Writing for your audience is one of the keys to writing effectively. If you don't understand your readers, you're going to have a hard time making that initial connection and holding their interest. For example, grant writers know they have to focus on the relevance, validity, and impact of their project, and an employee or manager tasked with writing a new employee manual knows that comprehensiveness and ease of reference is key.
Before you begin to write, develop a reader profile by answering these questions:
- Who are my readers? Why are they reading my work, and why is my work important to them? What do they need to gain or learn from my document?
- What's their level of language proficiency? This isn't just about school-age kids: if you work internationally, you may be confronted with issues of translation, and if you work in a field with a lot of technical terms , you may have to explain, define, or omit them when writing for your audience.
- How do my readers read? Do they skim or look for bullet points and keywords in the middle of a busy workday ? Or do they sit down and study the document? Do they read straight through, or do they hop from topic to topic as their questions need to be answered?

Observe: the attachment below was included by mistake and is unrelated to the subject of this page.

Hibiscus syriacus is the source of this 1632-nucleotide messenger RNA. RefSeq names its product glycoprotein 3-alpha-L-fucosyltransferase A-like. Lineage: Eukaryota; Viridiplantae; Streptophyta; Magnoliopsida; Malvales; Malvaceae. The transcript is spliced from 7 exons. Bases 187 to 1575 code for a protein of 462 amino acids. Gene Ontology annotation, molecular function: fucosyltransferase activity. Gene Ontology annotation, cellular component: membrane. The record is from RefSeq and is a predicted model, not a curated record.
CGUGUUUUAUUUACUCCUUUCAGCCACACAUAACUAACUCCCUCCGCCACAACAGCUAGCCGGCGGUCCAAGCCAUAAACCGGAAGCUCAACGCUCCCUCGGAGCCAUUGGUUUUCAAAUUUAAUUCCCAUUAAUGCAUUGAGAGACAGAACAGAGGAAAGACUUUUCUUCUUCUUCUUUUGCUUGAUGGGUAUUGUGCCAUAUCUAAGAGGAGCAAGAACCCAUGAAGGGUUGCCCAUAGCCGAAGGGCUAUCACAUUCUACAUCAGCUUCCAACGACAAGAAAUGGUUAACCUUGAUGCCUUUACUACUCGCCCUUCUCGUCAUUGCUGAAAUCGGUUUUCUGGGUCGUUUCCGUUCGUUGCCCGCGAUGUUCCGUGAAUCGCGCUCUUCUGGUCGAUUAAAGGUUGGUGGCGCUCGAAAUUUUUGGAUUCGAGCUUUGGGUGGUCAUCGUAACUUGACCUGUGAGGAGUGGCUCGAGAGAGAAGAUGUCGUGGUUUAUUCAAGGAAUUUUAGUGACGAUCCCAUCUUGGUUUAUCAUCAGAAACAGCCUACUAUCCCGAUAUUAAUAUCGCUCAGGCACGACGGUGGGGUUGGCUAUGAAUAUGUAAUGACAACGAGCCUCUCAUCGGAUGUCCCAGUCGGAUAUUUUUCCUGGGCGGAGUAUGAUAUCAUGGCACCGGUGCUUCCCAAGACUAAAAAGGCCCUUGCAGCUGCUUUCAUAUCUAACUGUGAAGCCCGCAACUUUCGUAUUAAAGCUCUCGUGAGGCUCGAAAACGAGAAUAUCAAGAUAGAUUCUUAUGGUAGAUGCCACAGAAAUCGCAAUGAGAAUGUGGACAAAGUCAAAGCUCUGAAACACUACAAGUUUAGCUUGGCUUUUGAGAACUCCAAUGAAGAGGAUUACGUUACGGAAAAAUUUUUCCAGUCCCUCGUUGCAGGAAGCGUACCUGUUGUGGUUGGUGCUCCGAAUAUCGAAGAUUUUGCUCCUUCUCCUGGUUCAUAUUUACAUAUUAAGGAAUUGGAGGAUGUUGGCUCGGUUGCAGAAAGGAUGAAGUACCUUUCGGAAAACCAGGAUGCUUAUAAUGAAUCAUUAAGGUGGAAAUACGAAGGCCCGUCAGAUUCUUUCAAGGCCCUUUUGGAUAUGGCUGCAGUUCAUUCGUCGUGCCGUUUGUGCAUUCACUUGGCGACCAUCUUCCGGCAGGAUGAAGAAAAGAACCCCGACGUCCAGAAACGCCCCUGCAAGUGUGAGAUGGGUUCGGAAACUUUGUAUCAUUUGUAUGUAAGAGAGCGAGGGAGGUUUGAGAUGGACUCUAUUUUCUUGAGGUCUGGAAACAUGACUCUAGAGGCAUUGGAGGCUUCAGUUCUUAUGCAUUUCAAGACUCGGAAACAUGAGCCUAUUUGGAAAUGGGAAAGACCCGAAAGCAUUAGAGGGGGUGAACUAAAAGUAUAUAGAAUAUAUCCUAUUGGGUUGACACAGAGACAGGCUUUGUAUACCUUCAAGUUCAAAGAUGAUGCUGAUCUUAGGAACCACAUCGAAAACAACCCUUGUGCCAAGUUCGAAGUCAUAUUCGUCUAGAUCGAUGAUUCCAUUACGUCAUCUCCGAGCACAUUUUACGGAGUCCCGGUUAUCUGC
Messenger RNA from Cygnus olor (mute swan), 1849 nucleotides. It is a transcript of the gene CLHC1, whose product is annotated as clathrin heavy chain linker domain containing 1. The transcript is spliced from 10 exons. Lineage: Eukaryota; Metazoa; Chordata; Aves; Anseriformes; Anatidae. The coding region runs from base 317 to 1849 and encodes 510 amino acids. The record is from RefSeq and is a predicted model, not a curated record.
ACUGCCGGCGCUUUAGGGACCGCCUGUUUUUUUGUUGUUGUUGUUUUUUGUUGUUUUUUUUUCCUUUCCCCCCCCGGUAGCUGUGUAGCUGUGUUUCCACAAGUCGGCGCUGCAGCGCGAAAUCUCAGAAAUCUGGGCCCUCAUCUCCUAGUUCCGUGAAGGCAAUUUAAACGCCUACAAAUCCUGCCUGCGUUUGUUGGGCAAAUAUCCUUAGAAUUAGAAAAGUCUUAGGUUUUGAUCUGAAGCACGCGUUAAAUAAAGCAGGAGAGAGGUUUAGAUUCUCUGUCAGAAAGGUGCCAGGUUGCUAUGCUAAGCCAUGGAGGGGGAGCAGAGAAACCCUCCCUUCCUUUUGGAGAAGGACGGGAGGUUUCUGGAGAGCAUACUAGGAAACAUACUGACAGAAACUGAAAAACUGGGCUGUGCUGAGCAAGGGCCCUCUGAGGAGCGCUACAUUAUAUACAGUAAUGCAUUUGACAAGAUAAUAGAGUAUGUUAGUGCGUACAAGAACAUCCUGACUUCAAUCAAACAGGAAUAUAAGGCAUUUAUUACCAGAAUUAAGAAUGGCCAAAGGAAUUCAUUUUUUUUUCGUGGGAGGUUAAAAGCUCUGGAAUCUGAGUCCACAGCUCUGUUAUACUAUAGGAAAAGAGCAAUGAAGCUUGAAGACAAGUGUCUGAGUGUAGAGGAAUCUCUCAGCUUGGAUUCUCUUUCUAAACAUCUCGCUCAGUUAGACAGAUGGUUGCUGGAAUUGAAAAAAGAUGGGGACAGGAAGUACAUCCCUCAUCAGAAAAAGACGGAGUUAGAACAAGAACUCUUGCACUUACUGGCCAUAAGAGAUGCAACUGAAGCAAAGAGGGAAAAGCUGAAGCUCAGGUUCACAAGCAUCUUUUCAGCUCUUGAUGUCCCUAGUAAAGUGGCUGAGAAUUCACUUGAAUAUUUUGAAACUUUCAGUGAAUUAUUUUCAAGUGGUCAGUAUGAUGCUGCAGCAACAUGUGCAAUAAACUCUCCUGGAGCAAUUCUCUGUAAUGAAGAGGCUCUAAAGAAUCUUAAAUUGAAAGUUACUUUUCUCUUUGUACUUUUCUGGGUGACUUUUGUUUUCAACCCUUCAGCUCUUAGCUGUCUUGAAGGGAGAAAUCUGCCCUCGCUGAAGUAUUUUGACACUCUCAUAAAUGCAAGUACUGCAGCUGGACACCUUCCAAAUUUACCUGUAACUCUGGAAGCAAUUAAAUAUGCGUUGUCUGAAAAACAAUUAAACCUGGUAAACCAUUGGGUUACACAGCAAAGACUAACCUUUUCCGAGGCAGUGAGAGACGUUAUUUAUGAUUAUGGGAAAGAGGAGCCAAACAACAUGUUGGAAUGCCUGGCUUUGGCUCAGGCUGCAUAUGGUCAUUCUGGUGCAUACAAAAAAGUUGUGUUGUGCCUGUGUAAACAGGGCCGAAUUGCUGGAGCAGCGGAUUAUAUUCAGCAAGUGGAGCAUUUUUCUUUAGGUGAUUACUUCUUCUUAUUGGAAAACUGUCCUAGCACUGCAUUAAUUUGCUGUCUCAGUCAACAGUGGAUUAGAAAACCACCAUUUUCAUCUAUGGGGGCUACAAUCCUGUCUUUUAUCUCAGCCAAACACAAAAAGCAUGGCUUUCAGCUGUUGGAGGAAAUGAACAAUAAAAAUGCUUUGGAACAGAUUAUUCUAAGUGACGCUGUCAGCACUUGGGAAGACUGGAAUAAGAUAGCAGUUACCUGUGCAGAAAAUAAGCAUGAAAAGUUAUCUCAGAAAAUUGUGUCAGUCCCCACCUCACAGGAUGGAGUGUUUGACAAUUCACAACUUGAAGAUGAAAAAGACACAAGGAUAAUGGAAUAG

- What do I want my readers to understand, think, believe, or feel after reading? Is my goal to inform, persuade, or something else? And what are the benefits for them that would convince them?
- What does my audience already know, and what do I need to explain or correct?
Want to learn more on how to be a better writer? Attend our webinar , "Are Your Documents Confusing Readers" on Feb. 7, 2014. Contact us at Hurley Write, Inc . to learn more about effectively writing for your audience.
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